If imitation is indeed flattery, then Shutterstock, which offers a vast library of downloadable digital images, should have a healthy ego. But because the six-year-old company’s business model has spawned a number of imitators, its CFO and president, Adam Riggs, is focused largely on how to grow the business amid all the competition.
Shutterstock gets its content through crowdsourcing — that is, photographers and videographers are licensed to upload their photos or footage to the company’s Website and receive royalties from the company when customers download the images. Most of Shutterstock’s customers pay either a single monthly subscription fee to use 25 images per day or a lower annual fee for on-demand access to up to 60 images anytime during the year. They don’t have to pay royalties as they would if they negotiated a customized set of rights to use specific image, another common industry practice.
Neither crowdsourcing nor the subscription sales model — as opposed to a payment method by which customers buy credits to spend on one-off transactions based on the size and type of image — was unique to the stock-image industry when Shutterstock got started in 2003. But Riggs says that as far as he knows, the company was the first to package those two elements.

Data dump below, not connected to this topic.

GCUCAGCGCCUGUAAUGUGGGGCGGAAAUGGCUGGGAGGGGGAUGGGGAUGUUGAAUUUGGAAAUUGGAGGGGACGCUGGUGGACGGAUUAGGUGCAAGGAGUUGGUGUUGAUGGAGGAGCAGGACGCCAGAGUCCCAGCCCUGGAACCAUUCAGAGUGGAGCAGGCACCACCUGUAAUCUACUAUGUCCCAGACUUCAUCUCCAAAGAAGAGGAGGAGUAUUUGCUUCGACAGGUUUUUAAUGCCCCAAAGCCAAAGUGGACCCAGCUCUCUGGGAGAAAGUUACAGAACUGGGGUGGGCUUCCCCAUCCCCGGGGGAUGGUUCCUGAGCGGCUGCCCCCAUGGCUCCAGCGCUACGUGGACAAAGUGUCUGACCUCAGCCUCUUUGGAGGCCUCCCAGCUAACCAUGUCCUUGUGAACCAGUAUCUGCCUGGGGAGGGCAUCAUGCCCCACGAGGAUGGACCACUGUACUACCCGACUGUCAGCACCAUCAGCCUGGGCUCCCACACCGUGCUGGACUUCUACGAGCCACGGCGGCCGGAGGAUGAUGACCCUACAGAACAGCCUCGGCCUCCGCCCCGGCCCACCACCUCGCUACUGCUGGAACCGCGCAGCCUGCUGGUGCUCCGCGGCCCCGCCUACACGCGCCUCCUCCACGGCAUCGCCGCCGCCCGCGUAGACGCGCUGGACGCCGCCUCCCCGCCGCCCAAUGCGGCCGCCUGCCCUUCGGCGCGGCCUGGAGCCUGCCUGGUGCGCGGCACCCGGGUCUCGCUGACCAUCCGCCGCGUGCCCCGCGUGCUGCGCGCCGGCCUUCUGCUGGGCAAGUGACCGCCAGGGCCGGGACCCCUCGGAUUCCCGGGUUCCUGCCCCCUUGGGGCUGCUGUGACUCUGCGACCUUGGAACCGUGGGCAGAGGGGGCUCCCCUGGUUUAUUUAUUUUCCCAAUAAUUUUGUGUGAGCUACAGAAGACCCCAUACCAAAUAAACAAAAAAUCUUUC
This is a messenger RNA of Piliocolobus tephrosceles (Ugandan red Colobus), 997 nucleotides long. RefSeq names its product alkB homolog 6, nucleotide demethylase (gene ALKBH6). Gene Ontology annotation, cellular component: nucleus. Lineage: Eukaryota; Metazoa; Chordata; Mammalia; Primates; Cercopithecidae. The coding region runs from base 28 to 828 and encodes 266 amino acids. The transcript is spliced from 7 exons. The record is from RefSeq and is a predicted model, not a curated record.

He claims Shutterstock is now the number-three player in the segment, after Getty Images and Corbis Images, though the privately held company keeps its financial results under wraps. Shutterstock currently has more than 8 million images in its library and adds 75,000 to 100,000 new images per month.
Although the company is based in New York, Riggs and his family moved to Germany last summer in a quest for new business. Following is an edited version of CFO’s recent interview with Riggs.
Why did you move to Germany? Since all of your business is electronic, what does location have to do with it?
We decided early on to internationalize the business, which is something the Web really lends itself to. What I’m [in Germany] to do is investigate how to increase our footprint in Europe, where people are amenable to online transactions but less so than Americans are. So I meet with the media, attorneys, accountants, and others to talk about the different options we might have for growing that footprint.
We’re making a lot of progress. We have customers in about 150 countries, and our European business is substantial, based just on a translated Website, euro pricing, and a foreign-language customer-service experience. But those things can only take you so far. There are other ways to increase our presence in Europe, including opening an office there, though that is not inevitable.
With so many competitors in your field and the Web affording easy access to images, people don’t really want to pay a lot for them anymore. Do you worry about the long-term viability of your business?
You mean, are we helping to accelerate a race to the bottom on pricing so that eventually everything will be free? I don’t see it that way. You have to pay [the image submitters] enough to incentivize them to work. It’s true that customers don’t want to pay a lot, but we feel we have found a good balance between our royalty schedule and our pricing.